A well-appointed nickname can tell you a lot about a player’s game.
William “Flash” Fuller is a good example. He can turn the field upside down with the ball in his hands or he can cut through traffic with the precision of a scalpel.
“Flash” is also a good descriptor for his NFL potential. When the game demands isolated moments of NFL-caliber technique, Fuller can rise to the challenge.
These high-point scenarios illustrate that Fuller knows how to attack with his hands, angle his body to win the target, and protect the ball from the defender’s reach. Seeing Fuller display these skills is important, because as a general rule, the Notre Dame wideout is a passive receiver of the football.
I’m Matt Waldman of the Rookie Scouting Portfolio. The Boiler Room is a series devoted to examining a handful of plays that reveal something vital about a player. Today’s RSP Boiler Room reveals how Fuller’s passive receiving technique could slow his development or even limit his upside. These plays also illustrate why it’s vital to project NFL scenarios onto college tape when evaluating prospects.
The first play is a quick slant. Fuller makes the catch between two defender on this 2nd and 11 for a gain of 29 yards. Fuller’s release is quick and he sets up his break with a move that baits the defender outside. This type of route-reception-and run will often work for Fuller in the NFL, but not as frequently as it has at Notre Dame.
Note Fuller’s hands and how they are positioned. To make this catch he has to clap his hands onto the sides of the ball while trapping it to his body. The clapping motion on its own is technically an active technique, but its poor hand position that increases the likelihood of the ball rebounding off his palms and limiting the effectiveness of the fingers to slow the spin of the ball.
Most of all, the success of the catch is more dependent on Fuller trapping the ball–a passive reception technique because he waits for the ball to come to him. An active catch has a receiver attacking the ball at its farthest point from his body and pulling it to his frame.
Fuller’s technique did not hurt the outcome of this play and he’ll have some success with this method in the NFL. But pro football is more demanding on a receiver’s technique. Tighter coverage requires more effort to get open and often demands a throw with higher velocity. A route like this slant that was a simpler play in the college game often becomes more difficult in the NFL.
The next play is a sideline grab. While it counts against the Texas Longhorns, Fuller only gets one foot inbounds and this won’t do in the NFL. Take your focus off the footwork and note how Fuller waits for the target to reach his hands that are positioned near his chest. By the time the ball arrives at the point where Fuller can trap the ball, he has no more room to stay inbounds.
If Fuller extends his arms towards the ball he earns an extra 2-3 feet to make the catch. This is where Fuller could have made the catch and still have both feet inbounds. A passive technique doesn’t hurt Fuller’s productivity on this play, but it will in the NFL.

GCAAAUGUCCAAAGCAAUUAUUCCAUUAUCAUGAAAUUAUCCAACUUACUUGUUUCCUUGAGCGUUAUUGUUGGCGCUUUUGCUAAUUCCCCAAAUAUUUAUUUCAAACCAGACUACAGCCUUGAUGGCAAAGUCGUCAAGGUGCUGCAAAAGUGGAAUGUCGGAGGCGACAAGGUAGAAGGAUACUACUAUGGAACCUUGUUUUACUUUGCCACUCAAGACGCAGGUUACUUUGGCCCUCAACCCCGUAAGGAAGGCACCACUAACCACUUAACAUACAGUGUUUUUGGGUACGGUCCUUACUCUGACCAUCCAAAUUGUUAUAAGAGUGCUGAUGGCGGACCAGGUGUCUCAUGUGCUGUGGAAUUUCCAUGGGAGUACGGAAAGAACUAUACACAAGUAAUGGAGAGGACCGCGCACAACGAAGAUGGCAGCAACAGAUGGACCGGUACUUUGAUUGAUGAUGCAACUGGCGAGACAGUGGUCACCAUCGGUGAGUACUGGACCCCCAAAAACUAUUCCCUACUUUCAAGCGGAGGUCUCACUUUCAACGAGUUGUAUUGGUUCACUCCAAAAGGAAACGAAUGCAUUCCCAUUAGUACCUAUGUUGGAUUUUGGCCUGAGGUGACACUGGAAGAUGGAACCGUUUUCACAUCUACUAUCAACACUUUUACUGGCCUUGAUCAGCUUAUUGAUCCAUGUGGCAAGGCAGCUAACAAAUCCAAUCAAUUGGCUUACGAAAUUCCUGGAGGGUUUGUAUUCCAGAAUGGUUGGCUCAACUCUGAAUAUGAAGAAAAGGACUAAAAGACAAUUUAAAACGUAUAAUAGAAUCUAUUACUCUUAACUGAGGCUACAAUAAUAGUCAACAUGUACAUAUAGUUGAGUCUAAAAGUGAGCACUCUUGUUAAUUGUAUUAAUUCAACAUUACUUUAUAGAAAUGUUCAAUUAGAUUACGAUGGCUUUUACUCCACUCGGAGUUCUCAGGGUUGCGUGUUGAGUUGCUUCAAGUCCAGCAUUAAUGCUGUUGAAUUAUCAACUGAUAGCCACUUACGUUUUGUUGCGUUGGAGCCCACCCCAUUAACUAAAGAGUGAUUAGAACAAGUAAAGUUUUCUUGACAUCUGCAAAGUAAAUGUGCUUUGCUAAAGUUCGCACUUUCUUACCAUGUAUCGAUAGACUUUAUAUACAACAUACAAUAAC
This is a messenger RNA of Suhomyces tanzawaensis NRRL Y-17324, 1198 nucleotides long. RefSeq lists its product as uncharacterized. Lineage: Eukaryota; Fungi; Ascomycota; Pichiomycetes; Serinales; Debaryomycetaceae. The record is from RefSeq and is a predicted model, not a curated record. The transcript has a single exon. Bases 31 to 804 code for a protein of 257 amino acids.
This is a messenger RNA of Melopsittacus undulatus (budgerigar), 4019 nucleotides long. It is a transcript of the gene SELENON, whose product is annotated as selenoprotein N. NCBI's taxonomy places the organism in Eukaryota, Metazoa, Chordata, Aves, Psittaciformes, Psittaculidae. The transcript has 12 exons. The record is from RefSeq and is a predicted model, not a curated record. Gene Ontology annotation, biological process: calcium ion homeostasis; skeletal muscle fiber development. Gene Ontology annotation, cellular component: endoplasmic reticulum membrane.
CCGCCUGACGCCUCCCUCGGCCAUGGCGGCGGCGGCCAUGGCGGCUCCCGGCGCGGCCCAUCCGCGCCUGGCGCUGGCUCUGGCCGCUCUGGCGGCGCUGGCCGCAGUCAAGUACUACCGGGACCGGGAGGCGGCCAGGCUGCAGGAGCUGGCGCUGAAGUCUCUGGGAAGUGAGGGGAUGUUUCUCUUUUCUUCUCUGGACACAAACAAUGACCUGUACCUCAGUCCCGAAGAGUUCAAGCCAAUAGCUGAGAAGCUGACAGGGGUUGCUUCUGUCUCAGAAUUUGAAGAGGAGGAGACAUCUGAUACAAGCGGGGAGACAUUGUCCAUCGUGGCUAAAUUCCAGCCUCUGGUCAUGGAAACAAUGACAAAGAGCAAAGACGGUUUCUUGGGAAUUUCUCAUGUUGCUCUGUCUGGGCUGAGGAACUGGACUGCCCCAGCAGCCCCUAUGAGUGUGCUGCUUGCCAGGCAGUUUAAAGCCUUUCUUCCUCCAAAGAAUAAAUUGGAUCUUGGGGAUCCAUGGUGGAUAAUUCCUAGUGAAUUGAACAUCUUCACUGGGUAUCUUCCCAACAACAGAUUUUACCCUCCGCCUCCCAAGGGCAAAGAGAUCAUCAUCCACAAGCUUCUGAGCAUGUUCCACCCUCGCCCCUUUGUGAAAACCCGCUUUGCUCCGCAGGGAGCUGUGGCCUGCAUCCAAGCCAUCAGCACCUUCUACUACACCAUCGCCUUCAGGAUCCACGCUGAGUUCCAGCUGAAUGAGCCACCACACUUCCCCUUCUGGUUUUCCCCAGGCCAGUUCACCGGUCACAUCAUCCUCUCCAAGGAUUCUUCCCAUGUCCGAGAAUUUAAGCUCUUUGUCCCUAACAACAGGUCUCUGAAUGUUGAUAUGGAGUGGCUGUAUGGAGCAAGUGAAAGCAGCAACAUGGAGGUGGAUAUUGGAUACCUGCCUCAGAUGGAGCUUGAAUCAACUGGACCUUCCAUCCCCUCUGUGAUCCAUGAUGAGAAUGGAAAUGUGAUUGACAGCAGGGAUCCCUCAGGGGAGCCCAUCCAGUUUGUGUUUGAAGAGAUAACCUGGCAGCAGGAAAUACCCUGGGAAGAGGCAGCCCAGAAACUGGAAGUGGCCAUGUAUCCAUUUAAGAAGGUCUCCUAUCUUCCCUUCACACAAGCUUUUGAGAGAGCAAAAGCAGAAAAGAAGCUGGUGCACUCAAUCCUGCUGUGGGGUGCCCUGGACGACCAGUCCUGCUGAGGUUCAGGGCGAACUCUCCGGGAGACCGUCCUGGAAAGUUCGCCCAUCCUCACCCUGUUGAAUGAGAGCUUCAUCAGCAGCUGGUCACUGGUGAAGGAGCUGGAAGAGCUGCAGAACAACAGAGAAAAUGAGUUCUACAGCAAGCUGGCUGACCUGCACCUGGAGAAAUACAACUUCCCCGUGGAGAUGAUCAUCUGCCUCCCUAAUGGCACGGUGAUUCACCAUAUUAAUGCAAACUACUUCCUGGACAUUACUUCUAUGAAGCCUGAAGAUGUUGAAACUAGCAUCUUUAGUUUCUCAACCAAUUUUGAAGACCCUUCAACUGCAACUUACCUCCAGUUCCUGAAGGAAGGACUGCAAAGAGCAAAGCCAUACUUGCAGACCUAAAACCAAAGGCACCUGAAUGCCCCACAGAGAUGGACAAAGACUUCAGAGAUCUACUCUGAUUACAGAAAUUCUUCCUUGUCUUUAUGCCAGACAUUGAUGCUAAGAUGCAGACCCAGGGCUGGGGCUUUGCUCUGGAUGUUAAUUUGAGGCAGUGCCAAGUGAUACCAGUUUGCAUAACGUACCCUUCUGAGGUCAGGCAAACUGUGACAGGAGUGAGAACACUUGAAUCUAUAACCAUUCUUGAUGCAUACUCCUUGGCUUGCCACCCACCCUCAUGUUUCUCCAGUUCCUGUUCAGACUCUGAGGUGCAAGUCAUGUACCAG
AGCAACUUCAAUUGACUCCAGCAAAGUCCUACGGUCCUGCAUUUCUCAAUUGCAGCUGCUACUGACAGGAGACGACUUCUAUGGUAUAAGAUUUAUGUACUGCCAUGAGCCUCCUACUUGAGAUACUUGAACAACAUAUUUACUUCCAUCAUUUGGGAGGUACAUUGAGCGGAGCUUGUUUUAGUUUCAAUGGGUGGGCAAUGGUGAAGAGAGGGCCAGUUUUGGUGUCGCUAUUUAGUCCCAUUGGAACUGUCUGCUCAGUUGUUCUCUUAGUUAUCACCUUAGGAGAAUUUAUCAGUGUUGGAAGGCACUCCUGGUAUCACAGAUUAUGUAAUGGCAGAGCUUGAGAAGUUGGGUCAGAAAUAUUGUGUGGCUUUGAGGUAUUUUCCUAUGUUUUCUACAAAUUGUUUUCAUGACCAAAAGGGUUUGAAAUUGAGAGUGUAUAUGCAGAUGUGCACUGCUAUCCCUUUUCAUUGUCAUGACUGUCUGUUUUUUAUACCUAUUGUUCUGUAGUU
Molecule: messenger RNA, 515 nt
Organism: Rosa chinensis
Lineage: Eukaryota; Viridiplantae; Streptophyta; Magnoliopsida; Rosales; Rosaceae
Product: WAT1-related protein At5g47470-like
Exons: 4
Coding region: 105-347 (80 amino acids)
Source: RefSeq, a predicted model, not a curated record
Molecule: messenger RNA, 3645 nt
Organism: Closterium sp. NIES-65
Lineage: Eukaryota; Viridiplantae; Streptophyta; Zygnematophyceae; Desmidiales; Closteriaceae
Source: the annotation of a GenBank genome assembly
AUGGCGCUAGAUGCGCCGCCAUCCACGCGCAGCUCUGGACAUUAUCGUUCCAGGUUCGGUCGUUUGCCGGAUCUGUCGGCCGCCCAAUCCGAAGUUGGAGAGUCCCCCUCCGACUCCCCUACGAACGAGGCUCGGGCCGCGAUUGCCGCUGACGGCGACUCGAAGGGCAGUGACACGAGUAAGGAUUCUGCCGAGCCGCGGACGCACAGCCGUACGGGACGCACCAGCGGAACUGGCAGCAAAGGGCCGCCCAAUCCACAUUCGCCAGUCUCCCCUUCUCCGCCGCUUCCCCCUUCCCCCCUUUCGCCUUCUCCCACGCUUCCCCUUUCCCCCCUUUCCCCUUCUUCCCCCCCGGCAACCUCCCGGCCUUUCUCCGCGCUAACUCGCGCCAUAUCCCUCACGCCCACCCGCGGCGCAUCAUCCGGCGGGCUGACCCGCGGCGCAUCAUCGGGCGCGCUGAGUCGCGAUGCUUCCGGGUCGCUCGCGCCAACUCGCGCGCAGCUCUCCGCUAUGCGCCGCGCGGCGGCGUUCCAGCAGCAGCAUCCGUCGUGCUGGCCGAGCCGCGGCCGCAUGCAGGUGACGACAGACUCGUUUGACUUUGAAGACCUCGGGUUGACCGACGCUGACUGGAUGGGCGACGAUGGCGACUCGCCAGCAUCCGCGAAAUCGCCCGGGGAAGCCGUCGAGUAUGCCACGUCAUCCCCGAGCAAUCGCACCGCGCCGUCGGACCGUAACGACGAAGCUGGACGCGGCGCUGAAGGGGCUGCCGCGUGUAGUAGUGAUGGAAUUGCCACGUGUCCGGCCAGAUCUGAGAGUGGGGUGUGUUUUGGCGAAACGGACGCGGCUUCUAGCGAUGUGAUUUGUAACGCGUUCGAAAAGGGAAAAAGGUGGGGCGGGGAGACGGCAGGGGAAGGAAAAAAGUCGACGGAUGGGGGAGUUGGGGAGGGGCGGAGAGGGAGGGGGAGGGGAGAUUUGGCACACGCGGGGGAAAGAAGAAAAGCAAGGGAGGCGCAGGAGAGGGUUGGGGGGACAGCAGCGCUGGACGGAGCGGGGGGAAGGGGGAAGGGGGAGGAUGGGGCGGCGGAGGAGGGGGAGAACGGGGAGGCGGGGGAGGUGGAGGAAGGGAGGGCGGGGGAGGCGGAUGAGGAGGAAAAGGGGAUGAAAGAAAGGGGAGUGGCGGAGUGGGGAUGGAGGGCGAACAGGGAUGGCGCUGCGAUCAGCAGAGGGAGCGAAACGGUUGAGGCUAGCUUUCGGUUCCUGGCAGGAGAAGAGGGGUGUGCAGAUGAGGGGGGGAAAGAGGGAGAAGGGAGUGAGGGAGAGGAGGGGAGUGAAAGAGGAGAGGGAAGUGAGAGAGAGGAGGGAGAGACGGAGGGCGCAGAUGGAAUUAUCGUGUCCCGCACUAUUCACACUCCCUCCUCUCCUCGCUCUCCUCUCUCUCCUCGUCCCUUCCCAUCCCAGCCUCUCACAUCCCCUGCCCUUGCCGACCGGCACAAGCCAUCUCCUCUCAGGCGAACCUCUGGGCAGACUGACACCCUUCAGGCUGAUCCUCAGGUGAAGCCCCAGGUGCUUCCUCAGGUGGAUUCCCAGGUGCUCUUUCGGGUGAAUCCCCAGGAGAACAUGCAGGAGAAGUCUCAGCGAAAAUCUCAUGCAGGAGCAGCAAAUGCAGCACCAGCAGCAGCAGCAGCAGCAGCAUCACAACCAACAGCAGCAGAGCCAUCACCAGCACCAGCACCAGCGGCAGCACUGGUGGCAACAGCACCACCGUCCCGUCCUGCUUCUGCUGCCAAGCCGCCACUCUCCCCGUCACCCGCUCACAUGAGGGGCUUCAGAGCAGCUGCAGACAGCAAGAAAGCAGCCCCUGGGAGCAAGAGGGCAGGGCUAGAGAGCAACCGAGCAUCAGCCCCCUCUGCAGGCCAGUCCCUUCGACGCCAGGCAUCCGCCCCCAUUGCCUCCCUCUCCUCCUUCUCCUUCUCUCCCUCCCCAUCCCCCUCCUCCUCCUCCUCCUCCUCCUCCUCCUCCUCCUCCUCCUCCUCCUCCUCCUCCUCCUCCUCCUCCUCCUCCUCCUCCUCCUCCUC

Here is a well-earned catch against defensive contact. But a different angle reveals a shakier outcome than it first appears. Because Fuller waits on the ball and traps it to his chest he lacks optimal control of the target as the defender approaches.
In fact, much of the ball is exposed to the opponent. The root issue is again passive technique. Trapping the target bucket-style increased the likelihood of it bouncing off Fuller’s chest.
The receiver is forced to hug the fattest part of the ball with his forearm, making the catch an act of desperation as a defender seeks an opening to punch it loose.
Now imagine this catch against an NFL defensive back trained in the Peanut Tillman School of Forced Fumbles. In this projected scenario Fuller either loses the ball during the act of the catch or this lackluster ball security created by bad catching technique makes this a play ripe for a turnover.
Keep in mind that active catching technique establishes control earlier and gives the receiver a chance to tuck the ball with the proper security.
Fuller’s out against off coverage is another positive play. It’s also a trap of the target and Fuller is forced to double-catch the rebound off his chest, slowing his turn up the sideline.
It’s a positive play against the Seminoles, but imagine a more likely NFL scenario where Fuller is trying to catch the pass rebounding off his chest while a defensive back is wrapped around the receiver or pulling Fuller’s arms away from the ball.
None of these examples are a severe indictment of Fuller’s ability to make plays in the NFL, especially when he can high-point the ball.
Early Doucet, Kenny Stills, and Golden Tate all displayed a tendency to make passive catches unless forced to high-point. All three have had some success in the NFL. But none of them have been primary options and only Tate has been a long-term starter.
If Fuller wants to do more than contribute then he’ll have to apply an active catching technique to most of his targets, because it’s vital for beating tight man coverage, making plays at the boundary, and winning in the red zone.
Active versus passive catch technique may seem like nitpicking if you watch the tape as is, but it’s these small details that are the difference between a talented prospected and a productive NFL starter. It’s why you should always be layering NFL scenarios onto the tape you’re viewing.
For more Boiler Room episodes check out my YouTube Channel the RSP Film Room. You can also find my RSP videos and articles at www.mattwaldmanrsp.com. Catch you next time.
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